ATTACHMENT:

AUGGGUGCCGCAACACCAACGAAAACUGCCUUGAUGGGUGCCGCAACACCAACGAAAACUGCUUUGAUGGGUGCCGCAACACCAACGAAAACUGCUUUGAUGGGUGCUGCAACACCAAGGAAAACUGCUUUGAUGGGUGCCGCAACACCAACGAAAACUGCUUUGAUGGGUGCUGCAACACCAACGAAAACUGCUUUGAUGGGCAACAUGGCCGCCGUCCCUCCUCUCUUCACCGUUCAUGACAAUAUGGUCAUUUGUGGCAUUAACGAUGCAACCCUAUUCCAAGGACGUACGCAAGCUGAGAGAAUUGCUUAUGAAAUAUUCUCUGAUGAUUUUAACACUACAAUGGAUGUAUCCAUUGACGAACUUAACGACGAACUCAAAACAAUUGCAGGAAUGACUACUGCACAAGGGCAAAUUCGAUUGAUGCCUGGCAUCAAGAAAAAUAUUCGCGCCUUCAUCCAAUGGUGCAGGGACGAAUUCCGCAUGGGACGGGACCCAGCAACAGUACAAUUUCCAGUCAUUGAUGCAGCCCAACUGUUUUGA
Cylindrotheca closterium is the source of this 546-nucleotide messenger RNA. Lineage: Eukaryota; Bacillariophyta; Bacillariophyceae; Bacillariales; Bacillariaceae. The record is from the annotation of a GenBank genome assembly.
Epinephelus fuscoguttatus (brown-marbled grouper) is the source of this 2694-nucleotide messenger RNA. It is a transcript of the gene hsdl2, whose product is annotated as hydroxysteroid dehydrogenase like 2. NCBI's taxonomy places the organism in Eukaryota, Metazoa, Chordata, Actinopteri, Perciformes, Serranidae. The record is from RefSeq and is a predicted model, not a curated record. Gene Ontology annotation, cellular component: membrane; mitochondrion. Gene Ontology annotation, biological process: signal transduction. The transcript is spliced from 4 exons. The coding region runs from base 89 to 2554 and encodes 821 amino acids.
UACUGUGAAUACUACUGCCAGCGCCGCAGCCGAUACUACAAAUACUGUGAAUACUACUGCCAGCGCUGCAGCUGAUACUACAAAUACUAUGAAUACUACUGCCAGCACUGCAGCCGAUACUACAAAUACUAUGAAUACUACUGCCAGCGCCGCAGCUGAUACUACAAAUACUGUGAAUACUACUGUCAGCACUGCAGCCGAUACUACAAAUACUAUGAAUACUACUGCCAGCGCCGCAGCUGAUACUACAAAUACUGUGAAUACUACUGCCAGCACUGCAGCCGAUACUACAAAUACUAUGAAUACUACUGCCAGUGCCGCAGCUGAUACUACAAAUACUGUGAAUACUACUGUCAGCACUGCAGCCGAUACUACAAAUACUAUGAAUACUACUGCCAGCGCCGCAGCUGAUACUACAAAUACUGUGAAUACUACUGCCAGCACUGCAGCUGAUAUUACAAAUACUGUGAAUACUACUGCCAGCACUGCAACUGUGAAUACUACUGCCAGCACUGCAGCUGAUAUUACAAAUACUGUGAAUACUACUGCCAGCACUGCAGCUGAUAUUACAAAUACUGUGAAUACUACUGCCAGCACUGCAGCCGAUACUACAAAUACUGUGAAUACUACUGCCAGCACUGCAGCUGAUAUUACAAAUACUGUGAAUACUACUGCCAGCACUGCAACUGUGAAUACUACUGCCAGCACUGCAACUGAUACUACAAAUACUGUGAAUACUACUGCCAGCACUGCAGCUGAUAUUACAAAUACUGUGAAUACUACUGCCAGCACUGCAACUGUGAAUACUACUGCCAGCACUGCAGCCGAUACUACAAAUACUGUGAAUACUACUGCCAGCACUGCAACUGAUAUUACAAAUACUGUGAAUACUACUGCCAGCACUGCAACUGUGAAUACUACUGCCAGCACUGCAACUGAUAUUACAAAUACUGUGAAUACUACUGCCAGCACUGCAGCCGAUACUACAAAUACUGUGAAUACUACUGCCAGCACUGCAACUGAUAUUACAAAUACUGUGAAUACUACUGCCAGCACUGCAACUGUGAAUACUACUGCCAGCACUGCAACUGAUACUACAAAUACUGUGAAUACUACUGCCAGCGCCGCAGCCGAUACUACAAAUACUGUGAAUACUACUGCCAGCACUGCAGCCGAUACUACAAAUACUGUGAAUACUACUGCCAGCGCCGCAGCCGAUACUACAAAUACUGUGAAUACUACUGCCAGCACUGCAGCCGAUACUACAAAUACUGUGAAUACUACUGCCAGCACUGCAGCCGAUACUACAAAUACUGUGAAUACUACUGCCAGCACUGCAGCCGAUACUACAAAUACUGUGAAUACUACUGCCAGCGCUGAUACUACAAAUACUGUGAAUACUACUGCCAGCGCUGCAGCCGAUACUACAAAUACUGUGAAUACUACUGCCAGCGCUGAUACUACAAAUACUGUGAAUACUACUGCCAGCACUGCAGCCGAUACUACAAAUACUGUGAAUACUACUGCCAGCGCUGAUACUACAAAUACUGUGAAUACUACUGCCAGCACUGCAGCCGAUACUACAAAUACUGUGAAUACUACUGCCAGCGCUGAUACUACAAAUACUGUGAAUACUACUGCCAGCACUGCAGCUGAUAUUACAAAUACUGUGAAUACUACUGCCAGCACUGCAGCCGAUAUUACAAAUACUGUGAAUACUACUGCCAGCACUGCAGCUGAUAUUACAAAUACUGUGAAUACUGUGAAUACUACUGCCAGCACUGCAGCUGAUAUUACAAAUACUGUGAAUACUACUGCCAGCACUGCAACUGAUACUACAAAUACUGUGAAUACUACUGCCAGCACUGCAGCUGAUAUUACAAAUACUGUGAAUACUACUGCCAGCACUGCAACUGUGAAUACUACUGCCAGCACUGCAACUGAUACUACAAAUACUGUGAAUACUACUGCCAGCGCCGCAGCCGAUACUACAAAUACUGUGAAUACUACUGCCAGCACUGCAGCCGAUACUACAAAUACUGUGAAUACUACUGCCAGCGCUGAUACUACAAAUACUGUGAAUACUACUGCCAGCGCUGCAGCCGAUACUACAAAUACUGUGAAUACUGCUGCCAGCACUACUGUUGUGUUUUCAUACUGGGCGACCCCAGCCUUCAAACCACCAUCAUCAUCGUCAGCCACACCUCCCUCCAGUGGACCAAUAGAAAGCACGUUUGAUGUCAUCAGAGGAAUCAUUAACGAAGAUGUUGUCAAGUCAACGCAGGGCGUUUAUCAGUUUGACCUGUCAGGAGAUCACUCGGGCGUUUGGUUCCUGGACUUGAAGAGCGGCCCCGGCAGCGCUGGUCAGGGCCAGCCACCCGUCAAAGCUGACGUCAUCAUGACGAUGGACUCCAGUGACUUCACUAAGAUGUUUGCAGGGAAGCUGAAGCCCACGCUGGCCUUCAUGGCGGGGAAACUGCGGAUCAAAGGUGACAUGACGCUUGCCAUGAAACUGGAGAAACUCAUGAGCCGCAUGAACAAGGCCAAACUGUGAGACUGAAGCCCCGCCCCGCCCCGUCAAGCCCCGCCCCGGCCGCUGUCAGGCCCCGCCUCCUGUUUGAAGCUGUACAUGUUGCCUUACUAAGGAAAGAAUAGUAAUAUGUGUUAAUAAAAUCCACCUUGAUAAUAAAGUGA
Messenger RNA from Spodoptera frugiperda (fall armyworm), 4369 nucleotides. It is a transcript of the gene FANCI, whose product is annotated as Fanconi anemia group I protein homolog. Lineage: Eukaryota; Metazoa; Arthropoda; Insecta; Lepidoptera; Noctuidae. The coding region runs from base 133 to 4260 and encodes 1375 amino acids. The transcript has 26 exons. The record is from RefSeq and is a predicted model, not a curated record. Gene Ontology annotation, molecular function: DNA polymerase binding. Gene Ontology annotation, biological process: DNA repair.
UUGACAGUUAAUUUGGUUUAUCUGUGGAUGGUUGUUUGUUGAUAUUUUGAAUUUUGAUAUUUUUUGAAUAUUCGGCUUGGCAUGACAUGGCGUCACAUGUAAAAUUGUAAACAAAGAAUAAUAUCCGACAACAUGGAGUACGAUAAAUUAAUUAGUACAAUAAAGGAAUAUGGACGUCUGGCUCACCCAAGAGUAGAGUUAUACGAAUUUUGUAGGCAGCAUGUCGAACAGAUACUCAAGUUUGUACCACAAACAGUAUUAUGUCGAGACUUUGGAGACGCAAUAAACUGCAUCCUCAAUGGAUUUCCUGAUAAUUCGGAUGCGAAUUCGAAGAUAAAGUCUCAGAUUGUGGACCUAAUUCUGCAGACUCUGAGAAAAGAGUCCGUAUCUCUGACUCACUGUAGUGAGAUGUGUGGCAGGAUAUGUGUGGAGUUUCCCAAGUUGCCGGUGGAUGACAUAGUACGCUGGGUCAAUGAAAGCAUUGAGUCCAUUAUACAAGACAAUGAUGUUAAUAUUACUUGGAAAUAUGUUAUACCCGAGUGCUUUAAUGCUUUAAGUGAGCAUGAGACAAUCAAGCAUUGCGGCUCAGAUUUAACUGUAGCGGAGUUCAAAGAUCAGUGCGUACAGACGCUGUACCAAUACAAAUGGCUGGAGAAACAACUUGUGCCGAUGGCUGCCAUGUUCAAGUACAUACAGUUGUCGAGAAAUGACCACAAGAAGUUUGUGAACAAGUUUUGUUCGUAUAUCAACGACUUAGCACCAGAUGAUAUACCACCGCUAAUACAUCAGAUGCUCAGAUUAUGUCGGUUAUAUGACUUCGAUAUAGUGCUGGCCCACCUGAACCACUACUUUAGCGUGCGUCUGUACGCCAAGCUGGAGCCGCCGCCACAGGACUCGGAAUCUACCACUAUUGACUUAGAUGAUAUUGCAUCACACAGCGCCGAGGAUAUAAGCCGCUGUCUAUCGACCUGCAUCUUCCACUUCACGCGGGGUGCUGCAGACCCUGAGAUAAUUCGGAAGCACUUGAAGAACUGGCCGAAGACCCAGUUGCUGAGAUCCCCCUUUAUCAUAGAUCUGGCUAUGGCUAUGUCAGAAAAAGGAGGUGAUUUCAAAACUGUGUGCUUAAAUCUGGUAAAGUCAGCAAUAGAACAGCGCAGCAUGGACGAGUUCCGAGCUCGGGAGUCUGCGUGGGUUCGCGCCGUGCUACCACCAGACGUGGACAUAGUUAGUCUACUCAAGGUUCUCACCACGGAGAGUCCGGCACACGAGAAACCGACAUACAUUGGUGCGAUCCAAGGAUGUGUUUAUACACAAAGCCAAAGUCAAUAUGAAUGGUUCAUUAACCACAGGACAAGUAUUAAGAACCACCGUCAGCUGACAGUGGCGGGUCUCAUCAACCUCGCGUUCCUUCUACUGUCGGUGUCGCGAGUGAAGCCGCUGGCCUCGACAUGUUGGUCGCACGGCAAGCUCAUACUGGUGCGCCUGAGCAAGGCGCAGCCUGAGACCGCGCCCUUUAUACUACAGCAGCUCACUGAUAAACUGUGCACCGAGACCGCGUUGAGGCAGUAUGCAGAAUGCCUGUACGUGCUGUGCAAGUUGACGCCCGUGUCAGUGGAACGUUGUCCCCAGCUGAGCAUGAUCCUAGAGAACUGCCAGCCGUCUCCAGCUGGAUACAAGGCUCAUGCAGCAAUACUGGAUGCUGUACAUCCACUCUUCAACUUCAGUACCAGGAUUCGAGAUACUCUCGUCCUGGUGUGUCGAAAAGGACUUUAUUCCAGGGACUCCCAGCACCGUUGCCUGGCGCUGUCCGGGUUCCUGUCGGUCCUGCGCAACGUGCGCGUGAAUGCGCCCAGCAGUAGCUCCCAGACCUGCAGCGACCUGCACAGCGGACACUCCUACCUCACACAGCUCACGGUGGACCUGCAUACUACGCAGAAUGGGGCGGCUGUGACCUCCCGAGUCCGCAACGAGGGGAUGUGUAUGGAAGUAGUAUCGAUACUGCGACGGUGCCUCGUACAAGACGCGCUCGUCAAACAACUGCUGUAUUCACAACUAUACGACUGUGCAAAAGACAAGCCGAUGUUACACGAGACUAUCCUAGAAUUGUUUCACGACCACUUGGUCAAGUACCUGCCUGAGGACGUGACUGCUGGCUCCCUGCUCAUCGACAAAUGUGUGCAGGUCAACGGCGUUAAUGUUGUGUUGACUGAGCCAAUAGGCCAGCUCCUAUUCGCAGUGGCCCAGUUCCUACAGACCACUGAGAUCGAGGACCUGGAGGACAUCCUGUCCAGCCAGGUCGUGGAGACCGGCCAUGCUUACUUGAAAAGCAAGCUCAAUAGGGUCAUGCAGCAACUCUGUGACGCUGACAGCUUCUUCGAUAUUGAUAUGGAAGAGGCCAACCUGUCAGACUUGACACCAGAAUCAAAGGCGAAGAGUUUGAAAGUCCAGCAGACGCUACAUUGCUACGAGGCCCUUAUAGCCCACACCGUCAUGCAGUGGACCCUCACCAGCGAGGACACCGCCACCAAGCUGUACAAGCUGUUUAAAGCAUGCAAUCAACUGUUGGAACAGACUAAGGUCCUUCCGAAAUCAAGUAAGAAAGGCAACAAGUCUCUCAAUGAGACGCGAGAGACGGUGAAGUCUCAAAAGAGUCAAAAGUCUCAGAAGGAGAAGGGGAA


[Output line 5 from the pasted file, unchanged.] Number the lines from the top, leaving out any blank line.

Messenger RNA from Spodoptera frugiperda (fall armyworm), 4369 nucleotides. It is a transcript of the gene FANCI, whose product is annotated as Fanconi anemia group I protein homolog. Lineage: Eukaryota; Metazoa; Arthropoda; Insecta; Lepidoptera; Noctuidae. The coding region runs from base 133 to 4260 and encodes 1375 amino acids. The transcript has 26 exons. The record is from RefSeq and is a predicted model, not a curated record. Gene Ontology annotation, molecular function: DNA polymerase binding. Gene Ontology annotation, biological process: DNA repair.